Delegates of the Churches in the Middle East begin their Continental Synodal Assembly in Beirut, running until 18 February.
By Vatican News staff reporter
Delegates representing seven Catholic Churches (Coptic, Syriac, Maronite, Melkite, Chaldean, Armenian and Latin) from the Holy Land, Jordan, Lebanon, Syria, Egypt, Iraq and Armenia, are gathered in Beirut this week for the Continental Synodal Assembly for the Middle East.
The meeting was officially opened on Monday, 13 February, by Father Khalid Alwan, General Secretary of the Council of Catholic Patriarchs of the East (CPCO) and general coordinator of the Synodal Assembly, after a special prayer for the victims of the earthquake in Syria and Turkey.
The synodal “road map” for the Churches in the Middle East
In his introductory remarks, Fr. Alwan outlined what he called the “synodal road map” the Churches in the Middle East should follow, recalling the 1992 Pastoral Message of the Catholic Oriental Patriarchs in which they spoke of the Christian presence in the region as “a testimony and a message”.
According to Fr. Alwan, that message drew the path of the Catholic Churches in the Middle East and “summarized their identity and future with the word ‘presence’”. That presence, he said, “is embodied, effectively and authentically, following the example of Christ and His Church, in the Arabic language and heritage of which we are builders and in the Arab civilisation that we have helped to establish”.
But, it is also a presence “at the service of man without distinction or discrimination”, founded on ecumenical and interreligious dialogue and cooperation with other Christian Churches, Muslims, Jews and all people of goodwill.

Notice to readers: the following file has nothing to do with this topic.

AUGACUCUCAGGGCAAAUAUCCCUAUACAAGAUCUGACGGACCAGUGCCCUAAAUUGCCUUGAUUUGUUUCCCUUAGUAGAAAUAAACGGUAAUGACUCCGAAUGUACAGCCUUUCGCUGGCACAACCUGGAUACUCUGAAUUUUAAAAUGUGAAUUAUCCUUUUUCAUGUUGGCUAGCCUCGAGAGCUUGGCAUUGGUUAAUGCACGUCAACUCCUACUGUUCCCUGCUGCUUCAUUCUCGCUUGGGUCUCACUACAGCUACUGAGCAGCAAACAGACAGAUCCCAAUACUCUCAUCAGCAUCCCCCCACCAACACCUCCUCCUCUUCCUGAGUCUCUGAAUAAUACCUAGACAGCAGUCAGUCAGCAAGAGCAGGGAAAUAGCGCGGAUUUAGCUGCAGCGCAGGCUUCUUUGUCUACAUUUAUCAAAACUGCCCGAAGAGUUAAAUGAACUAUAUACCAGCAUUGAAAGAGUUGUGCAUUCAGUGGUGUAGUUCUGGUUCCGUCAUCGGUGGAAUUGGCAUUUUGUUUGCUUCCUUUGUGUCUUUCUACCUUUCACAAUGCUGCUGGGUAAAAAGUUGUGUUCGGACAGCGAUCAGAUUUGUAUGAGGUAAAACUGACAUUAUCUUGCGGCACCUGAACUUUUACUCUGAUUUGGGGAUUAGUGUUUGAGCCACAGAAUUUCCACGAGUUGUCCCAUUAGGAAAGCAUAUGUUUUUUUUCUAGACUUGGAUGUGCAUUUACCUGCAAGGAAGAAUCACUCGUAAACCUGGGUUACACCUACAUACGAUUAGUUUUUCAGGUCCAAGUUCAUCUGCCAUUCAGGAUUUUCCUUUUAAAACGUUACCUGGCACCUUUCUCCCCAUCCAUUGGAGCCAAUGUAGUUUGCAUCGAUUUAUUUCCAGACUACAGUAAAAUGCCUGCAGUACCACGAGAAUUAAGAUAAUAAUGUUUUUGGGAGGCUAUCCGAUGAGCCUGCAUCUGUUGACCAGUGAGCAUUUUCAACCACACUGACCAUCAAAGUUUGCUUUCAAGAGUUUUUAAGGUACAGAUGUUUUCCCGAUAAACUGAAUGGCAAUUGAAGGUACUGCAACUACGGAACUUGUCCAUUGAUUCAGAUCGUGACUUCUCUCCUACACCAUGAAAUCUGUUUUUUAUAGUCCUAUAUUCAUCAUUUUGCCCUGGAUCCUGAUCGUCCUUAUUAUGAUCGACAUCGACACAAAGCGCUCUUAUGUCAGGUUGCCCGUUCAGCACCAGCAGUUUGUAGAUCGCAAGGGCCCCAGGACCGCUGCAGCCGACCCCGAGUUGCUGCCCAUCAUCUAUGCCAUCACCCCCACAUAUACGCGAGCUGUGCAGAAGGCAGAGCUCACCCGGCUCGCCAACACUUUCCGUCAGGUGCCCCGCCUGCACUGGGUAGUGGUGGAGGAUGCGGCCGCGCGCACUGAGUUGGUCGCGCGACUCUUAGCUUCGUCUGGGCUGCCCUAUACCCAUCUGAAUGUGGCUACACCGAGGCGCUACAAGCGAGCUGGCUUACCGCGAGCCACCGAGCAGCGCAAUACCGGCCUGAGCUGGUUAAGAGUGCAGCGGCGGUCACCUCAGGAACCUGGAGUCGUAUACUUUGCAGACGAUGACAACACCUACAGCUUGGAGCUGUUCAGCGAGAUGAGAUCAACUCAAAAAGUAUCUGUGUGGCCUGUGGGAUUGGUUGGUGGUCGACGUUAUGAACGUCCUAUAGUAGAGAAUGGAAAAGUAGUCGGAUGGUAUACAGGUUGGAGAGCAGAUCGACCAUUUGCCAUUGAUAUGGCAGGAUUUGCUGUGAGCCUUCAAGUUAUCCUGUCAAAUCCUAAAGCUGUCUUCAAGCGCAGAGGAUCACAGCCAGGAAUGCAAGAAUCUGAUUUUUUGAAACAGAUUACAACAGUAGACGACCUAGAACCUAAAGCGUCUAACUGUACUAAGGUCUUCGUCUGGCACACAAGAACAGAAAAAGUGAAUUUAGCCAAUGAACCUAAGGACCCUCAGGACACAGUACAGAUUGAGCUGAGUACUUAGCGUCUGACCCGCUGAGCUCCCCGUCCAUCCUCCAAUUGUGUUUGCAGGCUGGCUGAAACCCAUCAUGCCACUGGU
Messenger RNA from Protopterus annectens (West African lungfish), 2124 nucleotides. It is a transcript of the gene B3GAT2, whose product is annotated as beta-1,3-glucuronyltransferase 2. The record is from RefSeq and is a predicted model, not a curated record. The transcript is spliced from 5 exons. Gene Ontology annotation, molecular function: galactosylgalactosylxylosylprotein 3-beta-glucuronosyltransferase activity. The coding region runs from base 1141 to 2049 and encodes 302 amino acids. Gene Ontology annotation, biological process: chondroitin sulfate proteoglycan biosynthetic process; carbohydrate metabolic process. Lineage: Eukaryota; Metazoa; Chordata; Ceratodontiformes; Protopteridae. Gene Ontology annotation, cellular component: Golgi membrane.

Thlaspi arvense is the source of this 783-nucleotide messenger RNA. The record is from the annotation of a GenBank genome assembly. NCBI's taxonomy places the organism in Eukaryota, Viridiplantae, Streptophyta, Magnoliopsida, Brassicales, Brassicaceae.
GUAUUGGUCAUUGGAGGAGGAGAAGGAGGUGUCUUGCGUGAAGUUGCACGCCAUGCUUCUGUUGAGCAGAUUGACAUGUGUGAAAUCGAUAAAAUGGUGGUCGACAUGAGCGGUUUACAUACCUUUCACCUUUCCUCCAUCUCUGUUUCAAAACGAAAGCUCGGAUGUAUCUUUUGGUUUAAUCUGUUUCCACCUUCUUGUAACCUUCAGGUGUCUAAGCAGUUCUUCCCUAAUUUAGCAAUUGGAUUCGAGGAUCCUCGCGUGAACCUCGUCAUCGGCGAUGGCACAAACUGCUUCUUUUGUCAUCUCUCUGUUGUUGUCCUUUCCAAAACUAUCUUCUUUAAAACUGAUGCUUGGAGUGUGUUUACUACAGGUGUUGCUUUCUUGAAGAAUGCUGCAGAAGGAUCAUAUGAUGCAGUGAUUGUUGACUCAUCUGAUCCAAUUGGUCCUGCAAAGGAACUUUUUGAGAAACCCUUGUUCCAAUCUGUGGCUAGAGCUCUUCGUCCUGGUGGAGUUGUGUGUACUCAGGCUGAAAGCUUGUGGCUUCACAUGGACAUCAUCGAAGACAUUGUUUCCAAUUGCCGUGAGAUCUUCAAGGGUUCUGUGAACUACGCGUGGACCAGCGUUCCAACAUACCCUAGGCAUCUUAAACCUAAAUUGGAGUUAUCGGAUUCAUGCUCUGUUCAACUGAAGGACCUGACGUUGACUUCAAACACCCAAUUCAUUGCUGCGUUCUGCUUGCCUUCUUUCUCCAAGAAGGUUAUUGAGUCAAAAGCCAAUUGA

Unity in diversity
In light of that document, Fr. Alwan underscored the importance for Christian Churches in the region to work together to address the many challenges they share “in a spirit of brotherhood and love”. He noted that what unites them – their hardships and aspirations in the difficult political and religious context in the Middle East, but in particular their common faith in Christ – is more important than what separates them, and that diversity has always “been a source of enrichment for the Church”.
“In the East, either we are Christians together or we are not”, he emphasized.
Cardinal Hollerich: ”Walking together’ is not easy to put into practice
The meeting continued with a speech by Cardinal Jean-Claude Hollerich, coordinator of the XVI Ordinary General Assembly of the Synod of Bishops, who recalled the stages of the 2021-2024 synodal process so far. The Luxembourg Cardinal said he was “honoured” to be present in the Middle East, where he recalled “synodality has a long tradition”.
“It is my desire to experience it and learn it from you,” he added, also noting that “”Walking together’ is an easy concept to express in words, but not easy to put into practice.”
Cardinal Grech: participation of all the People of God and listening
Also speaking at the opening day of the meeting, was Cardinal Mario Grech, the Secretary General of the Synod of Bishops, who reiterated, as he had already done in the recent European Assembly in Prague, that the synodal process is about participation, which never puts the People of God and bishops in competition, “but keeps them in a constant relationship, allowing both to fulfil their function”.
He also insisted that “The Synodal Church is a Church of listening”, specifying that this cannot and must not be reduced to a rhetorical phrase.
“We are all called, in conscience, to give our answers: from those who are deeply convinced to those who still have doubts to those who openly disagree”, Cardinal Grech stressed.
Patriarch Al-Rahi: a synodal Church learns from listening to the Word of God
Another key speaker on Monday was Cardinal Bechara Boutros Al-Rahi, Patriarch of the Maronite Church, who recalled how the commitment “to live as a synodal Church” means committing oneself to being “a Church that learns from listening to the Word of God and reading the signs of the times how to renew its mission” to the world.